Why we left Europe, lest we forget
Winningreen Discourse A052711
Why we left Europe, lest we forget
By Tom Randall
Date: May 27, 2011
We often talk about America being a right-of-center country. Research has demonstrated this to be true. In polling, Americans consistently score about 40 percent conservative, 40 percent moderate and 20 percent liberal.
How we got that way goes back way before the first European “dissidents” ever gave a shot at establishing a colony in the New World. When Martin Luther nailed his The Ninety-Five Theses to the church door in Wittenberg, Germany in 1517, he touched off much more than the religious upheaval it was never his intention to create.
On a philosophical level it presented not only a series of religious dilemmas but a profound political one as well. If, as Luther postulated, anyone could speak directly with God, without the intercessionaries of the priesthood, how is it that a few could claim to rule the many by virtue of Divine Right?
On a political level, it led to all sorts of conflict and confusion as “Sovereign Rulers” scrambled to get on the right side of the religious tide while serving their own purposes. Henry the VIII is a prime example of this. Just ask Jane Seymour, Anne Boleyn or Catherine Parr...oops, they’re not doing interviews. Under Henry and his successors, Catholics were in, then out. Episcopals rode the same roller coaster as did the more radical Calvinists — each swing bringing greater confusion to exactly what secular rules applied to whom, how and when and all leading to civil war about 75 years later. The rest of Europe fared no differently. The new Dutch Republic fostered the same uncertainty regarding individual rights. French Huguenots scarcely knew where they stood from one day to the next.
There was no certainty of rights. Europe was in chaos.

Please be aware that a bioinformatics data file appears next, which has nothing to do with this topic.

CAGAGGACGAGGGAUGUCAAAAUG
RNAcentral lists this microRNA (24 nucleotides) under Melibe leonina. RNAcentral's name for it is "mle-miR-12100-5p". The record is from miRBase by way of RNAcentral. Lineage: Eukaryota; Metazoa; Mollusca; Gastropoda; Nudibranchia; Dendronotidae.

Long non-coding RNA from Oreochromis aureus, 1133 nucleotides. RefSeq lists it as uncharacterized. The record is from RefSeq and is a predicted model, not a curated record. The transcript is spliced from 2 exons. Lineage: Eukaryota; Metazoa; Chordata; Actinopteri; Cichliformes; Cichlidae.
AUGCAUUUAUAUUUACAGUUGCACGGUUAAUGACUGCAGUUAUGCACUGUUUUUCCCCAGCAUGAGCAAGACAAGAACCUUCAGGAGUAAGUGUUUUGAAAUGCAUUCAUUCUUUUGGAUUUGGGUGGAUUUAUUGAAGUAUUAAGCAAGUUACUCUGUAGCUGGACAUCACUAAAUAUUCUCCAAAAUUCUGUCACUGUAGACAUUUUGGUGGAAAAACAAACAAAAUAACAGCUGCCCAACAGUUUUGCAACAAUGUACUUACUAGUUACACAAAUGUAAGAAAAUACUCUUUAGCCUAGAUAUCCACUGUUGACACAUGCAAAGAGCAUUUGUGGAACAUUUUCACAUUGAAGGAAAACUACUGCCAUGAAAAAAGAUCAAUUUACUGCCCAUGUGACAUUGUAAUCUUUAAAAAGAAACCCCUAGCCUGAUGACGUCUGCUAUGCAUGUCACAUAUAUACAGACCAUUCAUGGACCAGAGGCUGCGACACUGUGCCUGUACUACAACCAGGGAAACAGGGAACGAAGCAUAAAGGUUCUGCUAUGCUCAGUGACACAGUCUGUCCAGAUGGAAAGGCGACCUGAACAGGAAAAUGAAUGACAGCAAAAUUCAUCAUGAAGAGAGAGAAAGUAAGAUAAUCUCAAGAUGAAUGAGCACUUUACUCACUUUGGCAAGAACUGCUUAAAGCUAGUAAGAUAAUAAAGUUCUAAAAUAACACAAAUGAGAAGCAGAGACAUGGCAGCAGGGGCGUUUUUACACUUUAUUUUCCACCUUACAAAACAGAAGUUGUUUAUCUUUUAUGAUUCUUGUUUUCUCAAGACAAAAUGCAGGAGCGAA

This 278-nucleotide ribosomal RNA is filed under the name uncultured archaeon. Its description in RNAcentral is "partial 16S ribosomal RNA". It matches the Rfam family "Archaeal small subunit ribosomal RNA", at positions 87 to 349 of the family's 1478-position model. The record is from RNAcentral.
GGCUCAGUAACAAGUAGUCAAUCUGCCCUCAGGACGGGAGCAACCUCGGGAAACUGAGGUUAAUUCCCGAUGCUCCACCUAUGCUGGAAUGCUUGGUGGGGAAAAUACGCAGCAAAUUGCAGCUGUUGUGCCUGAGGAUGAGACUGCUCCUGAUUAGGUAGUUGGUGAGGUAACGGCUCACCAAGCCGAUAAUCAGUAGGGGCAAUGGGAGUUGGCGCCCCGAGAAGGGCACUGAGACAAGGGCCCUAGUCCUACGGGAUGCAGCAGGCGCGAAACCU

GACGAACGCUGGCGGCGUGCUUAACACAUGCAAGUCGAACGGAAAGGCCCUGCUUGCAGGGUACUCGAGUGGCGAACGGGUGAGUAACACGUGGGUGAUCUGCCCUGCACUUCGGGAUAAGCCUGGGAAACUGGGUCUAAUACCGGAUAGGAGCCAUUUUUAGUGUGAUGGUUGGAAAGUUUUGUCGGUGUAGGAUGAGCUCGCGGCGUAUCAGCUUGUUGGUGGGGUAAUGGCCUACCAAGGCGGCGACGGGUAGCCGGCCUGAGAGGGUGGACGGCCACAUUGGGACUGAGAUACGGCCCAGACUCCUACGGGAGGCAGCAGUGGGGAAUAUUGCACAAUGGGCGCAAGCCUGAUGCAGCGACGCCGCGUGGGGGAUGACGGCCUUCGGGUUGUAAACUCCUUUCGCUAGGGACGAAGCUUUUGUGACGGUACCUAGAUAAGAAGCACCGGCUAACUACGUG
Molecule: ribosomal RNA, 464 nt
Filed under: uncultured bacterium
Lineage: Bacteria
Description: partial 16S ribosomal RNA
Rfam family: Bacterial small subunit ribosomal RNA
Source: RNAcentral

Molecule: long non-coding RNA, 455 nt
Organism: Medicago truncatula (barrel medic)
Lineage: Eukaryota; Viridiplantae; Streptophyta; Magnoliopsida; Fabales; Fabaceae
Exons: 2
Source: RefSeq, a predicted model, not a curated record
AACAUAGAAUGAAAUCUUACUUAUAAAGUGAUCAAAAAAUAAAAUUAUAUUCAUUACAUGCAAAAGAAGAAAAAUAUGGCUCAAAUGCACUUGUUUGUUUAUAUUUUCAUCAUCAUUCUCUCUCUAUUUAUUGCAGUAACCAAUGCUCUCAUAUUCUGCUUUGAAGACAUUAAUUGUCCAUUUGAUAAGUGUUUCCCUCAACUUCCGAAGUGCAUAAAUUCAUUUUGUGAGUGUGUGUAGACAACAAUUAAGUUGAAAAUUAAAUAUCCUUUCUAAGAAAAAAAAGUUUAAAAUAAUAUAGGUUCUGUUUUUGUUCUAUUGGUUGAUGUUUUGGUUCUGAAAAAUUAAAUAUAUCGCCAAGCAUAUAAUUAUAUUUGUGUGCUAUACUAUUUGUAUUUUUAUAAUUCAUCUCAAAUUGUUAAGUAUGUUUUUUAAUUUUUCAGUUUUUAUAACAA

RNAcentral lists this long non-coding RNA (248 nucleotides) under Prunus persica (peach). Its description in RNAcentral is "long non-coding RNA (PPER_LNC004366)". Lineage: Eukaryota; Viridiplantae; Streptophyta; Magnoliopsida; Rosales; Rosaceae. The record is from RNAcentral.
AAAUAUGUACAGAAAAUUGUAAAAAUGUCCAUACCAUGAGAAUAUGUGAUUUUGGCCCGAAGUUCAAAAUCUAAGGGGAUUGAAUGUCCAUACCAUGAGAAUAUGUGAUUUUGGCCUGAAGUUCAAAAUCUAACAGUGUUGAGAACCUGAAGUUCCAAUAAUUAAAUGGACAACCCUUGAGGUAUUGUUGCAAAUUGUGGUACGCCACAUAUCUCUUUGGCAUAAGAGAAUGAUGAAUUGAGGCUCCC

So, early in the Seventeenth Century, small bands of dissidents began striking out to seek the fuzzy notion of freedom in the New World. Of course, it is interesting to note that in these new colonies there was little religious freedom, except for their version of religion. Moreover, their first forms of government were usually what we know today as socialism. These, of course, collapsed almost immediately when lack of individual incentives to produce led to collective starvation.
Only the rugged individuals remained, those who distrusted governments and ruling classes, those who wanted none at all, those who just wanted to go their own way. And, those are the kind of folks who followed on. The American Declaration of Independence and Constitution later reflected these attitudes.
As the century progressed, John Locke and others began to provide the philosophical underpinnings for freedom and limited government.
It can be argued, successfully, that we as a country have gotten quite far away from the ideals of individual rights, limited government and no ruling class. Bigger government certainly seems to be here to stay. And, we certainly have enough liberal elitists of the ruling class who look and act their part of the American Royalty. President Obama seems to personify it.
There is a growing backlash. Obama’s numbers are pathetic on almost every issue. Some boldly say that he is even not American.